Applications of Conscious Leadership
I facilitated a conversation recently among a group of seven nurses and CNAs, along with the nursing supervisor and nursing director. It is a group I’ve been meeting with twice a month for about 6 months. The intention of the meetings has been to invite them to take ownership of co-creating the culture they want, to take responsibility for how they are showing up, especially in those moments of reactivity in themselves or in the people with whom they work.
At one point, a nurse said “I wasn’t going to speak, but I just need to say this … when I come to my supervisor and tell her that I’m overwhelmed and need more support on the floor, I don’t want to hear a response of ‘you don’t have anything to complain about … our nursing coverage is much higher than most facilities even when we’re short handed.’”
“I don’t feel heard when you say that, and I get even more frustrated. I want to hear that you understand how overwhelmed I am, how frustrated and disappointed I feel to not be able to provide the quality of care I want to.”
This nurse is describing a moment in her work day when she has a human need for empathy.
The human need of empathy
When our emotions are surging— whether in joy or frustration— we have a yearning for another human being to be present to us, to understand what is going on in us. Not to try to fix us, or make us better, or to try to distract us from it, but simply to be present to us.
Empathy has many close cousins, the simplest of which is the need to be heard. How rare in our work day (or anywhere else for that matter) do we encounter another person who is willing to give us their attention and to listen with understanding. Ahh … to be understood … another close cousin of empathy.
Amazingly, when we are heard, when we are understood, when we get nurtured with the empathy that we need, then we have a sense of being valued, of mattering.
One of the challenges around the need of empathy
We don’t name it, we don’t ask for it, we don’t coach others in how to give it, we aren’t taught the common ways that people “ask” for empathy.
Very often in the workplace, when staff is reaching out for empathy, the supervisor or manager instead hears it as complaining, or whining, or making excuses, or simply “bad behavior.”
Another nurse spoke up, “I appreciate that I can call the nurse supervisor and ask her if I can just vent for a few minutes so I don’t explode, and she gives me the space to do it, and afterward says ‘I can really hear your frustration of how hard it is to work with this patient.’ … That helps a lot. Otherwise, I think I would probably take it out on my co-workers and on the patient.”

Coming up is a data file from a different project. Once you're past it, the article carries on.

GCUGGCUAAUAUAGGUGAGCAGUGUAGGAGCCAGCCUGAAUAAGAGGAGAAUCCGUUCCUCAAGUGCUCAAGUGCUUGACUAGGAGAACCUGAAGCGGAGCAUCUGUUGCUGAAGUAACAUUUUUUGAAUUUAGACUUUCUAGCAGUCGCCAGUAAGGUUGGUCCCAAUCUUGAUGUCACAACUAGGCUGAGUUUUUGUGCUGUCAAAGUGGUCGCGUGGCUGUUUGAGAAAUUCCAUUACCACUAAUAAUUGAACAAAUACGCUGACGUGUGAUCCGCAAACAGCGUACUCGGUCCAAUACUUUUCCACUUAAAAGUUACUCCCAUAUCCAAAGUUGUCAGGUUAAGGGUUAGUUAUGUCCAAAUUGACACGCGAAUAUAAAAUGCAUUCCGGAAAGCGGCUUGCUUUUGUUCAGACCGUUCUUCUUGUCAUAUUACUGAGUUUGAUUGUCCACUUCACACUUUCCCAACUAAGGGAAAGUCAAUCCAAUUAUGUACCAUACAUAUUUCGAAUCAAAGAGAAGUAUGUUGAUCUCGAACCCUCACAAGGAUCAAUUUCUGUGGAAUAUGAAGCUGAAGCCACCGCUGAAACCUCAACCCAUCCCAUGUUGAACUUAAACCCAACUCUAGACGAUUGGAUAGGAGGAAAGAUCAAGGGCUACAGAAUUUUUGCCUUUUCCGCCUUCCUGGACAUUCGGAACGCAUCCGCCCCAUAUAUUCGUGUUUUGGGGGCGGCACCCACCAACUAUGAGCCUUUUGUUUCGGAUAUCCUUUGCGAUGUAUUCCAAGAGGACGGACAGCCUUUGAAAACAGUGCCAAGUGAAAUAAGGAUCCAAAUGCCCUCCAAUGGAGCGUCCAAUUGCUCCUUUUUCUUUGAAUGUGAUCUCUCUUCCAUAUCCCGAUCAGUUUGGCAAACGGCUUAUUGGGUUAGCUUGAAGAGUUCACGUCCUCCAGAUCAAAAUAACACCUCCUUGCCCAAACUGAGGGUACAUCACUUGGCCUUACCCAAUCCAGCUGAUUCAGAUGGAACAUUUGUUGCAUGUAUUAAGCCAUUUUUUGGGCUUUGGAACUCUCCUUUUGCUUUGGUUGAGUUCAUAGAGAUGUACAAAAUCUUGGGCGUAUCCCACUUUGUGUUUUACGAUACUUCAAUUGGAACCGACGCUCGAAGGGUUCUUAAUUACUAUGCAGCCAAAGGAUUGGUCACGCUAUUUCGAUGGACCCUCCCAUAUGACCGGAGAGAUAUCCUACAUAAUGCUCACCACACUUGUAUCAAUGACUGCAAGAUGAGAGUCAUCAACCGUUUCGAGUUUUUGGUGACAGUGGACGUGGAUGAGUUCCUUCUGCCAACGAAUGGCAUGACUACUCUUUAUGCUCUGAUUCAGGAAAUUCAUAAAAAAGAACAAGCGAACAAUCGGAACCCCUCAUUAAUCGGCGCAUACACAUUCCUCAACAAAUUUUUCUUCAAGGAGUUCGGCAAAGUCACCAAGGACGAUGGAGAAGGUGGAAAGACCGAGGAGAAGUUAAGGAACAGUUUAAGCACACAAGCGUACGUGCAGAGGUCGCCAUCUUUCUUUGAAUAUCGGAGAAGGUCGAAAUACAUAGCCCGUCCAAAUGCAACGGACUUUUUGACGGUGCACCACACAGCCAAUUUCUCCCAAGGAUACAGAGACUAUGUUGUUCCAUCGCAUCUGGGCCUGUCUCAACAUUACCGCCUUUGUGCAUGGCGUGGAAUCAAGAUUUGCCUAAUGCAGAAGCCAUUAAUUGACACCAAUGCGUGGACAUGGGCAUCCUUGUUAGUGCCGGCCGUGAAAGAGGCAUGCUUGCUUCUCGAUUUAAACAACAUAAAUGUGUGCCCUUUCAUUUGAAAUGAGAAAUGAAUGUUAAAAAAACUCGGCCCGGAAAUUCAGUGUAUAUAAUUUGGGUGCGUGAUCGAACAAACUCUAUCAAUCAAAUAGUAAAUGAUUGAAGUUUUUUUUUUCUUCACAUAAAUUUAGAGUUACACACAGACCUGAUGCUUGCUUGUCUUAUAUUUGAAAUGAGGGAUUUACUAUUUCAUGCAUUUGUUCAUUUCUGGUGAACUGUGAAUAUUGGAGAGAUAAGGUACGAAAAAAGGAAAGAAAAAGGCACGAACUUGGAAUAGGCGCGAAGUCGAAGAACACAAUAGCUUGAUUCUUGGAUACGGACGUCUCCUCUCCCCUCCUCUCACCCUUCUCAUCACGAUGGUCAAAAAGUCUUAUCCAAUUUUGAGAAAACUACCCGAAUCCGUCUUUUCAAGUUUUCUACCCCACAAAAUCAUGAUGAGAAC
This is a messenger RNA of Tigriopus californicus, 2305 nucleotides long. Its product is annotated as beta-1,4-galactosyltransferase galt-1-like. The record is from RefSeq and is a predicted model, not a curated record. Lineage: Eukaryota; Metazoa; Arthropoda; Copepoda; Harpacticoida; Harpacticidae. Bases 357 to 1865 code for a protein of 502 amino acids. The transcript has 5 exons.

When I asked a CNA who had been quiet to check in, she paused for a moment, and said “I don’t really have anything to say … I’m here … I’m doing my job … but I’m not really here.”
I asked her, “Are you saying that you’re getting your job done, but that there’s stuff going on in your life that’s keeping you from being as present as you would like?”
“Yeah, it’s not about what’s going on at work … I’m fine here … it’s even good to be here. But I’ve had so much going on …” She went on to name three people close to her that had died in the last month, one of which had literally died in her arms. “The people here are so supportive of what I’m going through … they give me a hug and say ‘I’m sorry’ … it really helps.”
The need for empathy is pervasive …
We’re more likely to get that need met when we recognize it, and ask for it. In fact, these are milestones of development in becoming a Conscious Leader.
Of course, unless there is someone available to you who is skilled in empathic listening, then you might not get the quality of presence that nurtures the need of empathy. Empathic listening is one of four core skill sets within Needs-Based Communication (NVC), and part of the foundational training for a Conscious Leader.
If we are to meet the human need for empathy in our workplace environments, then we also need structures that support people in their need for empathy. For the group of nurses and CNAs I mentioned above, one of their key structures is the bi-monthly meetings that we have together. They are also encouraged to support each other. To notice when a colleague is in a reactive state, to invite the person to pause and take some deep breaths, and to meet their colleague with some empathic listening.
As another example, in my prior IT business, we had a designated room called the “Gold Room” that was set up with comfortable seating and warm colors where people could go to step out of the work environment for a moment to connect with themselves or with another person.
Empathy is a core human need.
I invite you to learn to recognize it and name it.
I invite you to learn the skill of empathic listening to nurture it.
I invite you to create structures within your work environment that are conducive to empathic connection.